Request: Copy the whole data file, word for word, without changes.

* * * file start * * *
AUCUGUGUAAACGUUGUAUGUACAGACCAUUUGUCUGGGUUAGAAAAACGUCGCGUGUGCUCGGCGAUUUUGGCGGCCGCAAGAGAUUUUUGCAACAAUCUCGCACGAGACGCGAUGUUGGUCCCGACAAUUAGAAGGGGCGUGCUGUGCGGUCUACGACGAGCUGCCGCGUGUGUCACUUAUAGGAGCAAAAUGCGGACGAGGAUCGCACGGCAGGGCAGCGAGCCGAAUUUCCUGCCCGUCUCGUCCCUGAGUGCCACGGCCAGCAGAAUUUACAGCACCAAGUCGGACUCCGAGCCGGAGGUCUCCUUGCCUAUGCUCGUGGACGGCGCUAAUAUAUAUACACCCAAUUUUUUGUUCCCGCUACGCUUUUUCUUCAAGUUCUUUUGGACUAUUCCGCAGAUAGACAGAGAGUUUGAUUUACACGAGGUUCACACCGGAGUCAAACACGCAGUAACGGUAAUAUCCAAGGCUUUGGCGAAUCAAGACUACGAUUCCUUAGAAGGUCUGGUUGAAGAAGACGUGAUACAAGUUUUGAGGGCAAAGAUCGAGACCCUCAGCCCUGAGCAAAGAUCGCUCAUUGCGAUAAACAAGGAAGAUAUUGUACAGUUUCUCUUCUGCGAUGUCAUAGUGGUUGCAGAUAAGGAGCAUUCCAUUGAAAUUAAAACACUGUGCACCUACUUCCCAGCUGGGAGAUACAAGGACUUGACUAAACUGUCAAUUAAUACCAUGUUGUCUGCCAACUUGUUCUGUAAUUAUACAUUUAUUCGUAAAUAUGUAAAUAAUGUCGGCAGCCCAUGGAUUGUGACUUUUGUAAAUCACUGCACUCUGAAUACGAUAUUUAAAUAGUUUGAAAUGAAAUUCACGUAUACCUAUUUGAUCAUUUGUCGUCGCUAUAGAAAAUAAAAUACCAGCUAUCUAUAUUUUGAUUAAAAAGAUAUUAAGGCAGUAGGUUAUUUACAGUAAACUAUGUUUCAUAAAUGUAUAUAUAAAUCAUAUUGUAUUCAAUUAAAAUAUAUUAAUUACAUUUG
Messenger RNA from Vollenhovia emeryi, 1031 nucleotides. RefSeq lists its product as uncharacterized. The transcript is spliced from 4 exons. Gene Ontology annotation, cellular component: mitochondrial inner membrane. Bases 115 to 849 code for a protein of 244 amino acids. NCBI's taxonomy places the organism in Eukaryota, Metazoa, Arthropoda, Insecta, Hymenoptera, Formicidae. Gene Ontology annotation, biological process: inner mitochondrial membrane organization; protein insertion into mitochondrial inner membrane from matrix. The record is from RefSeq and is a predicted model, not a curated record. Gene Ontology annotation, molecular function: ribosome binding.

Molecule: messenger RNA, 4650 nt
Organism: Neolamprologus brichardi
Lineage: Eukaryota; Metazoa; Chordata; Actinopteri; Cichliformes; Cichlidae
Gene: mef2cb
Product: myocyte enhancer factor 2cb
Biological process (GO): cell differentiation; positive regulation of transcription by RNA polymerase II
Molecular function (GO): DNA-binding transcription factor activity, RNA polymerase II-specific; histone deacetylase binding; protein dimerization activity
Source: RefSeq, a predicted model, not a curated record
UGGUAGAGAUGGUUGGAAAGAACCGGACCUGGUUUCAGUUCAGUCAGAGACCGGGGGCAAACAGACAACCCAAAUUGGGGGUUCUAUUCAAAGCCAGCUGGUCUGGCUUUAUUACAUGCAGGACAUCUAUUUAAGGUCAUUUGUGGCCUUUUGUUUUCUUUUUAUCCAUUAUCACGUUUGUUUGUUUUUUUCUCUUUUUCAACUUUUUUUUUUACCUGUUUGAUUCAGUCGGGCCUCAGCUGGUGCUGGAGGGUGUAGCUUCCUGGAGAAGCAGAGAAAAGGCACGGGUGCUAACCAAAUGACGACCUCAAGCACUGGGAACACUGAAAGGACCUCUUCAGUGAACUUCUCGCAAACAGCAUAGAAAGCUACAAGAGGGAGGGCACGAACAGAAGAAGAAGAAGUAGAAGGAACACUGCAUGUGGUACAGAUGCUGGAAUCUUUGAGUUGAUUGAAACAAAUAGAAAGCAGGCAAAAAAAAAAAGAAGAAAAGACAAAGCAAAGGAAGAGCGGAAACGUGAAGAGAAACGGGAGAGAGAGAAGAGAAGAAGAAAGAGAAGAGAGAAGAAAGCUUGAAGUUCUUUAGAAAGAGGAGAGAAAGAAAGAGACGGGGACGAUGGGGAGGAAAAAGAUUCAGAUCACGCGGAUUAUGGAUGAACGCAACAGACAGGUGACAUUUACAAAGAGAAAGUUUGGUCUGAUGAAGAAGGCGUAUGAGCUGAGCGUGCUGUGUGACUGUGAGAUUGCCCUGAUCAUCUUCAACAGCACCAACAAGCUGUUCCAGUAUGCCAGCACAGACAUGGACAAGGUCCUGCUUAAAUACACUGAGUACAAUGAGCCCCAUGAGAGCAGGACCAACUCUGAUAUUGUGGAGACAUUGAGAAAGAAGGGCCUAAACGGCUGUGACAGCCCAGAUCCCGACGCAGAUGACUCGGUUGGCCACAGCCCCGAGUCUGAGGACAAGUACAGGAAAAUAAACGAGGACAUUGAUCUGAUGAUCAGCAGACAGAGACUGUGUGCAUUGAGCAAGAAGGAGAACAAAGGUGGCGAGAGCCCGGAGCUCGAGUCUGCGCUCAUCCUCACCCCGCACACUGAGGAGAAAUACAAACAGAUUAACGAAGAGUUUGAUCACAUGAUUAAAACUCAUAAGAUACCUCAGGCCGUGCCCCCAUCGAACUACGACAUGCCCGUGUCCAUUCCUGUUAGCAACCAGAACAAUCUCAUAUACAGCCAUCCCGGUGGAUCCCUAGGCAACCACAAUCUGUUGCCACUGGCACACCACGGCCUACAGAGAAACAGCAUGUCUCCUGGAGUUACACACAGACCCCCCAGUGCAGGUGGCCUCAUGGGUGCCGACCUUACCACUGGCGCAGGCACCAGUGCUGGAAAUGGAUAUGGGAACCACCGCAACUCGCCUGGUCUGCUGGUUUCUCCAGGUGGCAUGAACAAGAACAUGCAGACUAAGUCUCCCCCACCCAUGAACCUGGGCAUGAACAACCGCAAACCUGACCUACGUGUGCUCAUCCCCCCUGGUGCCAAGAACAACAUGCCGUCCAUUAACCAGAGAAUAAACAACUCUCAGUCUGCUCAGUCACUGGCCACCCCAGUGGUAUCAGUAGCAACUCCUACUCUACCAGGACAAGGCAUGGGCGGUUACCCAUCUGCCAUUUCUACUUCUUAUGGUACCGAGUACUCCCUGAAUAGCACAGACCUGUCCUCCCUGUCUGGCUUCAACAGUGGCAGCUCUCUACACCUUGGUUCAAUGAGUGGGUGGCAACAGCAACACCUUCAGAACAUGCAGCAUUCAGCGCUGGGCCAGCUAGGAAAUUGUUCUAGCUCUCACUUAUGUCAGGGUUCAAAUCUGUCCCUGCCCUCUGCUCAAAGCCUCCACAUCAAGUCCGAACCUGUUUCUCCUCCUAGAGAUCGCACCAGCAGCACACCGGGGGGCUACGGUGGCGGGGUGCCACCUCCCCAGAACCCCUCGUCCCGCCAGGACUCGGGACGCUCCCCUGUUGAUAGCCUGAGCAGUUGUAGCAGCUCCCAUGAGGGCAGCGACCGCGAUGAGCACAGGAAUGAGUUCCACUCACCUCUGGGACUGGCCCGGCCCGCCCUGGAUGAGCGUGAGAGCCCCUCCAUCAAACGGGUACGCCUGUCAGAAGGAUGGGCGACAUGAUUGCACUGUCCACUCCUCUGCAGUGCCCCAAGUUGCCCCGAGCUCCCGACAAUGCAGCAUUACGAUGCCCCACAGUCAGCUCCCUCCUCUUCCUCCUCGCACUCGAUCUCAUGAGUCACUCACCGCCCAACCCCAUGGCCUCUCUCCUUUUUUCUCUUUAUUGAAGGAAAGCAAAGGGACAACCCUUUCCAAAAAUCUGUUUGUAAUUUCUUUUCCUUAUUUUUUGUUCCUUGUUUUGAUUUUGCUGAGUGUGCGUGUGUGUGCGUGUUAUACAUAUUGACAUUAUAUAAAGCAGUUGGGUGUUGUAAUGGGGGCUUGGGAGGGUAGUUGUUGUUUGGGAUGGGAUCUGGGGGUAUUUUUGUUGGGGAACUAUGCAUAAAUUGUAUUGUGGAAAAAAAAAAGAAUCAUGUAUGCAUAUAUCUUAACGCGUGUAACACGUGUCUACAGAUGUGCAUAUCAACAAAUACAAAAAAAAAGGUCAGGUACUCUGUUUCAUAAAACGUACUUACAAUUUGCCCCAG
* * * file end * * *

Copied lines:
AUCUGUGUAAACGUUGUAUGUACAGACCAUUUGUCUGGGUUAGAAAAACGUCGCGUGUGCUCGGCGAUUUUGGCGGCCGCAAGAGAUUUUUGCAACAAUCUCGCACGAGACGCGAUGUUGGUCCCGACAAUUAGAAGGGGCGUGCUGUGCGGUCUACGACGAGCUGCCGCGUGUGUCACUUAUAGGAGCAAAAUGCGGACGAGGAUCGCACGGCAGGGCAGCGAGCCGAAUUUCCUGCCCGUCUCGUCCCUGAGUGCCACGGCCAGCAGAAUUUACAGCACCAAGUCGGACUCCGAGCCGGAGGUCUCCUUGCCUAUGCUCGUGGACGGCGCUAAUAUAUAUACACCCAAUUUUUUGUUCCCGCUACGCUUUUUCUUCAAGUUCUUUUGGACUAUUCCGCAGAUAGACAGAGAGUUUGAUUUACACGAGGUUCACACCGGAGUCAAACACGCAGUAACGGUAAUAUCCAAGGCUUUGGCGAAUCAAGACUACGAUUCCUUAGAAGGUCUGGUUGAAGAAGACGUGAUACAAGUUUUGAGGGCAAAGAUCGAGACCCUCAGCCCUGAGCAAAGAUCGCUCAUUGCGAUAAACAAGGAAGAUAUUGUACAGUUUCUCUUCUGCGAUGUCAUAGUGGUUGCAGAUAAGGAGCAUUCCAUUGAAAUUAAAACACUGUGCACCUACUUCCCAGCUGGGAGAUACAAGGACUUGACUAAACUGUCAAUUAAUACCAUGUUGUCUGCCAACUUGUUCUGUAAUUAUACAUUUAUUCGUAAAUAUGUAAAUAAUGUCGGCAGCCCAUGGAUUGUGACUUUUGUAAAUCACUGCACUCUGAAUACGAUAUUUAAAUAGUUUGAAAUGAAAUUCACGUAUACCUAUUUGAUCAUUUGUCGUCGCUAUAGAAAAUAAAAUACCAGCUAUCUAUAUUUUGAUUAAAAAGAUAUUAAGGCAGUAGGUUAUUUACAGUAAACUAUGUUUCAUAAAUGUAUAUAUAAAUCAUAUUGUAUUCAAUUAAAAUAUAUUAAUUACAUUUG
Messenger RNA from Vollenhovia emeryi, 1031 nucleotides. RefSeq lists its product as uncharacterized. The transcript is spliced from 4 exons. Gene Ontology annotation, cellular component: mitochondrial inner membrane. Bases 115 to 849 code for a protein of 244 amino acids. NCBI's taxonomy places the organism in Eukaryota, Metazoa, Arthropoda, Insecta, Hymenoptera, Formicidae. Gene Ontology annotation, biological process: inner mitochondrial membrane organization; protein insertion into mitochondrial inner membrane from matrix. The record is from RefSeq and is a predicted model, not a curated record. Gene Ontology annotation, molecular function: ribosome binding.

Molecule: messenger RNA, 4650 nt
Organism: Neolamprologus brichardi
Lineage: Eukaryota; Metazoa; Chordata; Actinopteri; Cichliformes; Cichlidae
Gene: mef2cb
Product: myocyte enhancer factor 2cb
Biological process (GO): cell differentiation; positive regulation of transcription by RNA polymerase II
Molecular function (GO): DNA-binding transcription factor activity, RNA polymerase II-specific; histone deacetylase binding; protein dimerization activity
Source: RefSeq, a predicted model, not a curated record
UGGUAGAGAUGGUUGGAAAGAACCGGACCUGGUUUCAGUUCAGUCAGAGACCGGGGGCAAACAGACAACCCAAAUUGGGGGUUCUAUUCAAAGCCAGCUGGUCUGGCUUUAUUACAUGCAGGACAUCUAUUUAAGGUCAUUUGUGGCCUUUUGUUUUCUUUUUAUCCAUUAUCACGUUUGUUUGUUUUUUUCUCUUUUUCAACUUUUUUUUUUACCUGUUUGAUUCAGUCGGGCCUCAGCUGGUGCUGGAGGGUGUAGCUUCCUGGAGAAGCAGAGAAAAGGCACGGGUGCUAACCAAAUGACGACCUCAAGCACUGGGAACACUGAAAGGACCUCUUCAGUGAACUUCUCGCAAACAGCAUAGAAAGCUACAAGAGGGAGGGCACGAACAGAAGAAGAAGAAGUAGAAGGAACACUGCAUGUGGUACAGAUGCUGGAAUCUUUGAGUUGAUUGAAACAAAUAGAAAGCAGGCAAAAAAAAAAAGAAGAAAAGACAAAGCAAAGGAAGAGCGGAAACGUGAAGAGAAACGGGAGAGAGAGAAGAGAAGAAGAAAGAGAAGAGAGAAGAAAGCUUGAAGUUCUUUAGAAAGAGGAGAGAAAGAAAGAGACGGGGACGAUGGGGAGGAAAAAGAUUCAGAUCACGCGGAUUAUGGAUGAACGCAACAGACAGGUGACAUUUACAAAGAGAAAGUUUGGUCUGAUGAAGAAGGCGUAUGAGCUGAGCGUGCUGUGUGACUGUGAGAUUGCCCUGAUCAUCUUCAACAGCACCAACAAGCUGUUCCAGUAUGCCAGCACAGACAUGGACAAGGUCCUGCUUAAAUACACUGAGUACAAUGAGCCCCAUGAGAGCAGGACCAACUCUGAUAUUGUGGAGACAUUGAGAAAGAAGGGCCUAAACGGCUGUGACAGCCCAGAUCCCGACGCAGAUGACUCGGUUGGCCACAGCCCCGAGUCUGAGGACAAGUACAGGAAAAUAAACGAGGACAUUGAUCUGAUGAUCAGCAGACAGAGACUGUGUGCAUUGAGCAAGAAGGAGAACAAAGGUGGCGAGAGCCCGGAGCUCGAGUCUGCGCUCAUCCUCACCCCGCACACUGAGGAGAAAUACAAACAGAUUAACGAAGAGUUUGAUCACAUGAUUAAAACUCAUAAGAUACCUCAGGCCGUGCCCCCAUCGAACUACGACAUGCCCGUGUCCAUUCCUGUUAGCAACCAGAACAAUCUCAUAUACAGCCAUCCCGGUGGAUCCCUAGGCAACCACAAUCUGUUGCCACUGGCACACCACGGCCUACAGAGAAACAGCAUGUCUCCUGGAGUUACACACAGACCCCCCAGUGCAGGUGGCCUCAUGGGUGCCGACCUUACCACUGGCGCAGGCACCAGUGCUGGAAAUGGAUAUGGGAACCACCGCAACUCGCCUGGUCUGCUGGUUUCUCCAGGUGGCAUGAACAAGAACAUGCAGACUAAGUCUCCCCCACCCAUGAACCUGGGCAUGAACAACCGCAAACCUGACCUACGUGUGCUCAUCCCCCCUGGUGCCAAGAACAACAUGCCGUCCAUUAACCAGAGAAUAAACAACUCUCAGUCUGCUCAGUCACUGGCCACCCCAGUGGUAUCAGUAGCAACUCCUACUCUACCAGGACAAGGCAUGGGCGGUUACCCAUCUGCCAUUUCUACUUCUUAUGGUACCGAGUACUCCCUGAAUAGCACAGACCUGUCCUCCCUGUCUGGCUUCAACAGUGGCAGCUCUCUACACCUUGGUUCAAUGAGUGGGUGGCAACAGCAACACCUUCAGAACAUGCAGCAUUCAGCGCUGGGCCAGCUAGGAAAUUGUUCUAGCUCUCACUUAUGUCAGGGUUCAAAUCUGUCCCUGCCCUCUGCUCAAAGCCUCCACAUCAAGUCCGAACCUGUUUCUCCUCCUAGAGAUCGCACCAGCAGCACACCGGGGGGCUACGGUGGCGGGGUGCCACCUCCCCAGAACCCCUCGUCCCGCCAGGACUCGGGACGCUCCCCUGUUGAUAGCCUGAGCAGUUGUAGCAGCUCCCAUGAGGGCAGCGACCGCGAUGAGCACAGGAAUGAGUUCCACUCACCUCUGGGACUGGCCCGGCCCGCCCUGGAUGAGCGUGAGAGCCCCUCCAUCAAACGGGUACGCCUGUCAGAAGGAUGGGCGACAUGAUUGCACUGUCCACUCCUCUGCAGUGCCCCAAGUUGCCCCGAGCUCCCGACAAUGCAGCAUUACGAUGCCCCACAGUCAGCUCCCUCCUCUUCCUCCUCGCACUCGAUCUCAUGAGUCACUCACCGCCCAACCCCAUGGCCUCUCUCCUUUUUUCUCUUUAUUGAAGGAAAGCAAAGGGACAACCCUUUCCAAAAAUCUGUUUGUAAUUUCUUUUCCUUAUUUUUUGUUCCUUGUUUUGAUUUUGCUGAGUGUGCGUGUGUGUGCGUGUUAUACAUAUUGACAUUAUAUAAAGCAGUUGGGUGUUGUAAUGGGGGCUUGGGAGGGUAGUUGUUGUUUGGGAUGGGAUCUGGGGGUAUUUUUGUUGGGGAACUAUGCAUAAAUUGUAUUGUGGAAAAAAAAAAGAAUCAUGUAUGCAUAUAUCUUAACGCGUGUAACACGUGUCUACAGAUGUGCAUAUCAACAAAUACAAAAAAAAAGGUCAGGUACUCUGUUUCAUAAAACGUACUUACAAUUUGCCCCAG